Rangers 0-2 Celtic: Samaras settles an otherwise quiet Old Firm derby
Georgios Samaras scored his first two goals of the season to hand Celtic an important victory.
Walter Smith replaced Steven Naismith with Jamie Ness, who came into the centre of midfield, pushing Steve Davis to the right, and Steven Whittaker switched to the left. Elsewhere, it was unchanged from Rangers’ previous game, in the 4-4-1-1 shape Smith has favoured in recent weeks.
Celtic’s starting XI was less certain, thanks to injury, suspension and Freddie Ljungberg’s virus preventing him from making his debut. Neil Lennon persisted with 4-4-1-1, with Paddy McCourt given a free role behind Samaras, and Biram Kayal coming into the centre of midfield.
The two similar shapes created a fairly uneventful game early on. There was only one shot on target in the first half – a header from a corner by Lee McCulloch – and there was a general lack of action at either end.
We didn’t even have the traditional Old Firm midfield battle, either – the two midfield partnerships both played surprisingly deep and therefore there wasn’t much of a confrontation between them. The two players ‘in the hole’, Vladimir Weiss and Paddy McCourt, had minimal defensive responsibilities.
Weiss and McCourt were in theory the two key players – given free roles to move across the pitch as they liked, with a duty to support their respective lone strikers. They played the role in different ways – Weiss tended to move out towards the flanks in search of space, whereas McCourt dropped deeper into midfield and made Celtic a 4-5-1, meaning they struggled to get the ball forward, because of the lack of a clear forward pass.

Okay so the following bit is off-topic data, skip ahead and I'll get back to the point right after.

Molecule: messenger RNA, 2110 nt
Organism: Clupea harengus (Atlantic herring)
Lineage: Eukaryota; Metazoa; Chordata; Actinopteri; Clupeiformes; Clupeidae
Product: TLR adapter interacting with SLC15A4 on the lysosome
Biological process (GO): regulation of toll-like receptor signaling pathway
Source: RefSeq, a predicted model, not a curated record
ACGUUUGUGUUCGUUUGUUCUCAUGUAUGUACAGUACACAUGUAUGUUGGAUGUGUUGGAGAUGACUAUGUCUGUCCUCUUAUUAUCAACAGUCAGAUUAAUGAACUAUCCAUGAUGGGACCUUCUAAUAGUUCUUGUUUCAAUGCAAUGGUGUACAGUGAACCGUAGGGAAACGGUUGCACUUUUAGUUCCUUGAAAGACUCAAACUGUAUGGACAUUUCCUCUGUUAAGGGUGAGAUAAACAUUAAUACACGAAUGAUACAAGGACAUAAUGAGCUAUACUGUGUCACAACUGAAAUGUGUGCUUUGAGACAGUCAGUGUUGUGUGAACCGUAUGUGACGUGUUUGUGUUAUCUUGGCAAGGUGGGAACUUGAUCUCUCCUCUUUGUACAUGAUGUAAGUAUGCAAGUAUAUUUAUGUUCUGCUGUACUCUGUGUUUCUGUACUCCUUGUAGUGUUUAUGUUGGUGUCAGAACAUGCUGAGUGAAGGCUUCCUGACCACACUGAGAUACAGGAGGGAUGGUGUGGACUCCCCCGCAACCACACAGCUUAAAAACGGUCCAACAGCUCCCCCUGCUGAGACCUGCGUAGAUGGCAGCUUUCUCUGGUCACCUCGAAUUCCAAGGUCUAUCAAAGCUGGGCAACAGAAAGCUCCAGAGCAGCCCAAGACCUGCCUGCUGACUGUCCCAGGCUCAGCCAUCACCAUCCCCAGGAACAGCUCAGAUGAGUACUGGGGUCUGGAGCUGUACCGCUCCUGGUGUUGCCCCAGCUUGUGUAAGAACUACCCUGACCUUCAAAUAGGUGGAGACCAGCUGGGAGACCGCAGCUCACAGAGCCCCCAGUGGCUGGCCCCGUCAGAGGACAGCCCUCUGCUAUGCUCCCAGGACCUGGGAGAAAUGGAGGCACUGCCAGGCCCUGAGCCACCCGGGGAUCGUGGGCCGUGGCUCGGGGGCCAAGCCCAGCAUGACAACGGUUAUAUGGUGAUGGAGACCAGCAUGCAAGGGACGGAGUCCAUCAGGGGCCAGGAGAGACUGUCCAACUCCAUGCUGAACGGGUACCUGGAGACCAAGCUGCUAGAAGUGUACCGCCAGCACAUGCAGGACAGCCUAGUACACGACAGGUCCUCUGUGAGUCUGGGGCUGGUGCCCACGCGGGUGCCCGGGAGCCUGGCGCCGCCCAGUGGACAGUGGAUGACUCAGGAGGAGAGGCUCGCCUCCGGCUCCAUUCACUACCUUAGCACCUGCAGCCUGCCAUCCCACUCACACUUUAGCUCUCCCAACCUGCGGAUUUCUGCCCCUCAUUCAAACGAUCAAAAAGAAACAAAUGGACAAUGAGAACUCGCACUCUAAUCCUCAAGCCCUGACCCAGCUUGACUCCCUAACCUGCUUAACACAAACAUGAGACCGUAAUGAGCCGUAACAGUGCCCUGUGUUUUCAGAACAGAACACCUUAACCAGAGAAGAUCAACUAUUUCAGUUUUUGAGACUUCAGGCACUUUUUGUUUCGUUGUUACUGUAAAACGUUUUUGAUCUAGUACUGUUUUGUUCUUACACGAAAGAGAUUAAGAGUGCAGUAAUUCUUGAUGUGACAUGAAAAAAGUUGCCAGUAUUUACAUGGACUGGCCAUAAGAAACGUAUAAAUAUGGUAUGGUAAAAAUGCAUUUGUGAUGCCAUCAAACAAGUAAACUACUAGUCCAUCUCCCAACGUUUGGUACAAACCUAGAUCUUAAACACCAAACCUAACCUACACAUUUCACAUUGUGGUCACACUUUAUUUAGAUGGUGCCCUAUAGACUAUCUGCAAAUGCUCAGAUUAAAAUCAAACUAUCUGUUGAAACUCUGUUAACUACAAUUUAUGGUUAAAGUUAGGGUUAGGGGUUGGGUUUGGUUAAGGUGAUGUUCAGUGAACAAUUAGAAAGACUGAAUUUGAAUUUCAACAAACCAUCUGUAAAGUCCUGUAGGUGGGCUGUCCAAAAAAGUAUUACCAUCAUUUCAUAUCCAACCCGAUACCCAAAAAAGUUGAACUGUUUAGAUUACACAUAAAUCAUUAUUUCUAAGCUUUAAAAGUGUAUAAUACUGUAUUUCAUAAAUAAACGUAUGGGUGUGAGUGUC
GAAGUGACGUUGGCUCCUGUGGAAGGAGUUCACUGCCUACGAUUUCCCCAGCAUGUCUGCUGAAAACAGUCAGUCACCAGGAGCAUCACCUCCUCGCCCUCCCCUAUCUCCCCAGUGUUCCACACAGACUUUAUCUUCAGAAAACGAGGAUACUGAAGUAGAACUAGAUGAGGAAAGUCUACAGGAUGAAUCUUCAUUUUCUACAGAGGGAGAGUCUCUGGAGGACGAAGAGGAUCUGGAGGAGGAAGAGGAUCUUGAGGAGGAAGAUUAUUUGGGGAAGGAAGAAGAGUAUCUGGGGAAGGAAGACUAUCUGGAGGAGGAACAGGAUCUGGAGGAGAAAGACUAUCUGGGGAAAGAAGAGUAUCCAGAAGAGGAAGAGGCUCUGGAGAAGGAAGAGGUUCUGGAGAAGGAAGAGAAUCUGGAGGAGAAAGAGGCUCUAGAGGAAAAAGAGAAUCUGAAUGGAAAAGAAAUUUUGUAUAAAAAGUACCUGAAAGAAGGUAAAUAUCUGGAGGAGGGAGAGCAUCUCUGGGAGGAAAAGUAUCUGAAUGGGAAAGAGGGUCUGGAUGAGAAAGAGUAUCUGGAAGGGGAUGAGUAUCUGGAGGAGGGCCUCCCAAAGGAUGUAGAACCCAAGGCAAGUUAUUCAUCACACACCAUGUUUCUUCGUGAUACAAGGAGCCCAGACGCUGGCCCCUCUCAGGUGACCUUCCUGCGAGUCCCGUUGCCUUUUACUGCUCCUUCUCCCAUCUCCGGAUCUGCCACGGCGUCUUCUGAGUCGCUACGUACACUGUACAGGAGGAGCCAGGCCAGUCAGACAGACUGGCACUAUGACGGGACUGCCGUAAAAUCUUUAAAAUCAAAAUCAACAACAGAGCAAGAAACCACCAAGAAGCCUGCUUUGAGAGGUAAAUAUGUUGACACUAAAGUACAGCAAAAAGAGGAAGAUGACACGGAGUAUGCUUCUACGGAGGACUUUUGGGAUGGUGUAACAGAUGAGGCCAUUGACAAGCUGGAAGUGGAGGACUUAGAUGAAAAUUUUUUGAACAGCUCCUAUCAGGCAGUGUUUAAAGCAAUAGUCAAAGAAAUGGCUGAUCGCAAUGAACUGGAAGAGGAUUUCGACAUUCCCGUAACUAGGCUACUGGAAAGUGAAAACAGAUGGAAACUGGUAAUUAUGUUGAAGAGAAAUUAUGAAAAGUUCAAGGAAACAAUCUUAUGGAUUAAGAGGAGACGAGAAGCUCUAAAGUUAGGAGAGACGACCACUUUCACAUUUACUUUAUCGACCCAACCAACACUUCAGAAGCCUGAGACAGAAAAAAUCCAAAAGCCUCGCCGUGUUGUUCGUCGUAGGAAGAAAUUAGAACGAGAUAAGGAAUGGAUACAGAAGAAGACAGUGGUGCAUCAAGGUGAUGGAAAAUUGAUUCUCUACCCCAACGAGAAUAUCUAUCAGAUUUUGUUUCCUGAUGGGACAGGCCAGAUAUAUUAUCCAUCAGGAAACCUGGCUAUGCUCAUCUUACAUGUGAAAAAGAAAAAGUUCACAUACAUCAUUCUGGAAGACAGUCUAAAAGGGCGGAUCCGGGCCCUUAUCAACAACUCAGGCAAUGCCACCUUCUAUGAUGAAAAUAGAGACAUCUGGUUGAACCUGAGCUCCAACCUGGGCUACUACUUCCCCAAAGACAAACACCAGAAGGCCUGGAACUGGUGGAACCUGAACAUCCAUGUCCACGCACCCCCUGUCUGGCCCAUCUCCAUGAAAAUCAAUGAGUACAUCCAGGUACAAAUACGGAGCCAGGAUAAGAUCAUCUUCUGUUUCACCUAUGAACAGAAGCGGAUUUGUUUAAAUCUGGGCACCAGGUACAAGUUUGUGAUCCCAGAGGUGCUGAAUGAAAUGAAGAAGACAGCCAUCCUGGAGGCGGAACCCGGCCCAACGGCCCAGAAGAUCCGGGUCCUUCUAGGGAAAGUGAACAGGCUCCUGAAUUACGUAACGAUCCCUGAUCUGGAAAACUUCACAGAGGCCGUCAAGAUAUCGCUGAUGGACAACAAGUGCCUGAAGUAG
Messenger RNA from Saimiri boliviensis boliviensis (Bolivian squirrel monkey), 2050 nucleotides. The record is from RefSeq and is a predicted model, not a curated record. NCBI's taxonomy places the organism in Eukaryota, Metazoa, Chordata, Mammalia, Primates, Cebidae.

Partly as a result of that, Rangers were marginally the better side. Their midfield was narrow, with Steven Davis tucking in on the right and Steven Whittaker coming inside on the left flank, but they often kept the play central before surprising Celtic by switching the play quickly to one of the full-backs (or Whittaker) stationed wider on the flanks. Still, with not much aerial presence in the box there was little chance of a goal from a cross, and so Rangers rarely threatened.
The other interesting tactical feature of the game was Madjid Bougherra’s runs forward from central defence – he frequently went haring forward to join the attack, so McCulloch or Jamie Ness dropped in at centre-back. This movement rarely looked likely to unlock the Celtic defence, however.
In half-time interviews, both assistant managers (Ally McCoist and Johan Mjallby) identified a lack of support for their main striker as the main reason they’d struggled in the first half. Samaras initially found himself surrounded by more green and white shirts when the ball was played forward, but after 5-10 minutes of the second half, McCourt dropped deep against and Samaras was isolated once more.
Still, it turned out not to matter, as Samaras created both goals without the need for teammates. The first goal was a long ball downfield that Alan McGregor misjudged – Samaras rounded him and slotted home. The second saw a good solo run from the Greek striker, before he was brought down by Bougherra. He converted the penalty himself, and Celtic were rarely threatened in the final 20 minutes.
The goals owed little to design – or tactics – but both stemmed from very similar situations. With both strikers receiving a lack of support from midfield, it was down to them to make the difference. Celtic’s centre-back pairing simply coped better with Kenny Miller than Rangers’ duo did with Samaras.Rangers 0-2 Celtic: Samaras settles an otherwise quiet Old Firm derby